Cruel experiments on marmosets supported by Cure Parkinson’s Trust
Animal Aid has uncovered two shocking charity-funded experiments on monkeys that involved the animals being brain-damaged through the use of a toxic chemical called MPTP that can leave them severely disabled. They were then dosed with the Parkinson’s drug L-DOPA as well as one of two experimental compounds: the recreational drug ecstasy (MDMA) or a derivative. Eleven monkeys were used in all, six of whom had previously been subjected to similar experiments. Although the studies were conducted in Canada, a source of funding was the Cure Parkinson’s Trust, a UK charity that fundraises in this country.
Animal Aid, over many years of monitoring reports of Parkinson’s-related primate experiments, has not encountered one where the monkeys have been re-used. The Home Office has confirmed that experiments in which monkeys are brain-damaged with MPTP fall into the highest category of severity. It has previously stated that brain-damaging monkeys with MPTP has ‘devastating welfare costs’ for the animals involved and serious questions arise as to whether the re-use of primates in such harmful experiments would be permitted in the UK, or in the other EU countries governed by the same European directive.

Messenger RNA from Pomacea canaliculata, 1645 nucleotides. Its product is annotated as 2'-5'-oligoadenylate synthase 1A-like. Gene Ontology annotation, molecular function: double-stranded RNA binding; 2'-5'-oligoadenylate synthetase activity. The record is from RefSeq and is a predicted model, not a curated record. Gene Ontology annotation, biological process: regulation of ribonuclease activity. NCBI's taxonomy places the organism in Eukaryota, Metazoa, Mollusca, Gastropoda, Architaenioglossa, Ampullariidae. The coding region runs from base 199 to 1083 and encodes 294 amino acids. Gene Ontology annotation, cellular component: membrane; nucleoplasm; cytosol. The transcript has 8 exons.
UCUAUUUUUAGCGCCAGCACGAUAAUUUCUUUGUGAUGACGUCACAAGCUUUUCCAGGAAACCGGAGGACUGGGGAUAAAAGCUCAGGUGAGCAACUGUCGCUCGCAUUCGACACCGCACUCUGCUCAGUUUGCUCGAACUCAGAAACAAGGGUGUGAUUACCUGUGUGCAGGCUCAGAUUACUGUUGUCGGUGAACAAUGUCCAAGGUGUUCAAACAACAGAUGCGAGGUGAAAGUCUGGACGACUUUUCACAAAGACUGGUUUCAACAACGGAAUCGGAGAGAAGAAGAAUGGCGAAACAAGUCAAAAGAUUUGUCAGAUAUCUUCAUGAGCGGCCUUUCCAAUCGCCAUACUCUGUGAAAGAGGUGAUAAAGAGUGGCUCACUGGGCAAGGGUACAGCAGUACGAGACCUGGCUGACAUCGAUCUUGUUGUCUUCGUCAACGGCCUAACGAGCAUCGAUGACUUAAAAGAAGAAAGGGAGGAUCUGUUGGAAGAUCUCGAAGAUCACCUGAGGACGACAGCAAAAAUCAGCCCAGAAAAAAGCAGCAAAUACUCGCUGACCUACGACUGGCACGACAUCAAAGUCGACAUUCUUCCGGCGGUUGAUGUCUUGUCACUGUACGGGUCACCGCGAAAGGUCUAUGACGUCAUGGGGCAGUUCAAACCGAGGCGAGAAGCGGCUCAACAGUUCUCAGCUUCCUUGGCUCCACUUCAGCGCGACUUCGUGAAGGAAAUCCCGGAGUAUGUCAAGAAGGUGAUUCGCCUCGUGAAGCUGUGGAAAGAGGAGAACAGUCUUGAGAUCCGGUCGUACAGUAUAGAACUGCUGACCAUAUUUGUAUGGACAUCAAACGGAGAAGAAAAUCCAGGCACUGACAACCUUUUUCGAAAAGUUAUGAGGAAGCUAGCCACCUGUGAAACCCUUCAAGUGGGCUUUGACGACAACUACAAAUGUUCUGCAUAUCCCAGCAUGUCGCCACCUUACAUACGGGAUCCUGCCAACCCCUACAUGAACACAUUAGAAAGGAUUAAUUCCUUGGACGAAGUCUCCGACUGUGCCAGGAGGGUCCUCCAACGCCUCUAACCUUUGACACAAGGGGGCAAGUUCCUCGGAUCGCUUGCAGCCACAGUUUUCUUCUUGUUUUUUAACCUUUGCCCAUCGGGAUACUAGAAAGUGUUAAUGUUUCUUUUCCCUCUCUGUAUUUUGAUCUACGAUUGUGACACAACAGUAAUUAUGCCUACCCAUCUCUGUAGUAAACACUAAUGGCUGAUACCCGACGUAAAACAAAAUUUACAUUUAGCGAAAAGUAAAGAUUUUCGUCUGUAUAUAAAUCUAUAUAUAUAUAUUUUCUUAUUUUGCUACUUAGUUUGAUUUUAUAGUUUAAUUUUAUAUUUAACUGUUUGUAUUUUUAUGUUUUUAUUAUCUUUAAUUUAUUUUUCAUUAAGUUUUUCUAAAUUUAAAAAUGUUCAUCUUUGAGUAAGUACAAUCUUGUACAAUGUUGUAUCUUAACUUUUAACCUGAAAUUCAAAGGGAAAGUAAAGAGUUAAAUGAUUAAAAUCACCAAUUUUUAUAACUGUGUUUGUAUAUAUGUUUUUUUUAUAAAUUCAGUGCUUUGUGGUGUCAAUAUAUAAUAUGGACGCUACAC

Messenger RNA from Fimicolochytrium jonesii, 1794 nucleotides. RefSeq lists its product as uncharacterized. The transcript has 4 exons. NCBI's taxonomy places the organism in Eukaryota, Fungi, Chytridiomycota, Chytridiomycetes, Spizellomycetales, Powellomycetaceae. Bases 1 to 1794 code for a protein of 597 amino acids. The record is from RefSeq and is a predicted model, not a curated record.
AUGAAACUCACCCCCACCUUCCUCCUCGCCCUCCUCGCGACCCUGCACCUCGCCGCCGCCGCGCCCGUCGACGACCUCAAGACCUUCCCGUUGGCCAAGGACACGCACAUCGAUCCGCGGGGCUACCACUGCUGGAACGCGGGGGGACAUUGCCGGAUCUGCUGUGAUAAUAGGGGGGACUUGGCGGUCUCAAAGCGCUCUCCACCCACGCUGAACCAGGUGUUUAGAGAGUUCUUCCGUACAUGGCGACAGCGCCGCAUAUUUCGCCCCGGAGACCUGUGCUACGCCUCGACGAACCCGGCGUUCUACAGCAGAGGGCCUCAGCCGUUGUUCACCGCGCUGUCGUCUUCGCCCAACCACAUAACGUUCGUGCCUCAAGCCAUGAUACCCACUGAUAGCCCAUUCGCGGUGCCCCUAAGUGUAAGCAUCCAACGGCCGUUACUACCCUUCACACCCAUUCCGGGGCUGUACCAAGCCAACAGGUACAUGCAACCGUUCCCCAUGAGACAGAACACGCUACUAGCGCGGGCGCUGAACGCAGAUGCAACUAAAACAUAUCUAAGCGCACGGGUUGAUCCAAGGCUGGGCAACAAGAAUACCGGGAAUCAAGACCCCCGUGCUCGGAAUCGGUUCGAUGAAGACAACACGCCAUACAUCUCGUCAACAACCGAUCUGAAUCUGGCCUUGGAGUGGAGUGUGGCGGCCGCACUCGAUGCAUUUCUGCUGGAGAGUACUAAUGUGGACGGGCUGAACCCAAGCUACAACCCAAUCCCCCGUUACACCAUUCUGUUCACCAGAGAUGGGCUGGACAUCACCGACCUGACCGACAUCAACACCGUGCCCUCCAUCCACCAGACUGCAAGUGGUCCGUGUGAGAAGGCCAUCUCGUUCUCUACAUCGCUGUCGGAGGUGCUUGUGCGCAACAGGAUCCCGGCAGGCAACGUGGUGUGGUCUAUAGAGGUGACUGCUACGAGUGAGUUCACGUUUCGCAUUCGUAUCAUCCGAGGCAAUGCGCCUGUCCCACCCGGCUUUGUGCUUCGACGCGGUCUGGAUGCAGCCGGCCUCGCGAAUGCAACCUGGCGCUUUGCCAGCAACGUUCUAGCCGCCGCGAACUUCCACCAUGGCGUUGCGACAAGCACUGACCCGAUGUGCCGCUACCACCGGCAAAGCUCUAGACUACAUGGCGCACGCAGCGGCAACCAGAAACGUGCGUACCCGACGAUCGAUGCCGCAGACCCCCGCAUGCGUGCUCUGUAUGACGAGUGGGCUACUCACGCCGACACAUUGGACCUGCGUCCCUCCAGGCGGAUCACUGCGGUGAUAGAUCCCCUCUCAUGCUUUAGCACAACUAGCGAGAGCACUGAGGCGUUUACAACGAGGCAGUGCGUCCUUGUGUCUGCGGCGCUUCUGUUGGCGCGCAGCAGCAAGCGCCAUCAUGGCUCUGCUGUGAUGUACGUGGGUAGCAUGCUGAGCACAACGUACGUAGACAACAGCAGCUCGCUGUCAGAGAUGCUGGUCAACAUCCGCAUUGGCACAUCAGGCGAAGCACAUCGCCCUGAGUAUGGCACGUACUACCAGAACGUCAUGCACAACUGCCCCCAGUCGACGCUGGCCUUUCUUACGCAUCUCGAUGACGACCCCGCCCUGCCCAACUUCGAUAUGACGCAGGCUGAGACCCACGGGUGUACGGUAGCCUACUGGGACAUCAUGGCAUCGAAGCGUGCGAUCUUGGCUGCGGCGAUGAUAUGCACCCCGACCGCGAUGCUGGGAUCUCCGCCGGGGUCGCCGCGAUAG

Experiment 1: Characterization of 3,4-Methylenedioxymethamphetamine (MDMA) Enantiomers In Vitro and in the MPTP-Lesioned Primate: R-MDMA Reduces Severity of Dyskinesia, Whereas S-MDMA Extends Duration of ON-Time
Co-funded by: Cure Parkinson’s Trust
Published: The Journal of Neuroscience, 2011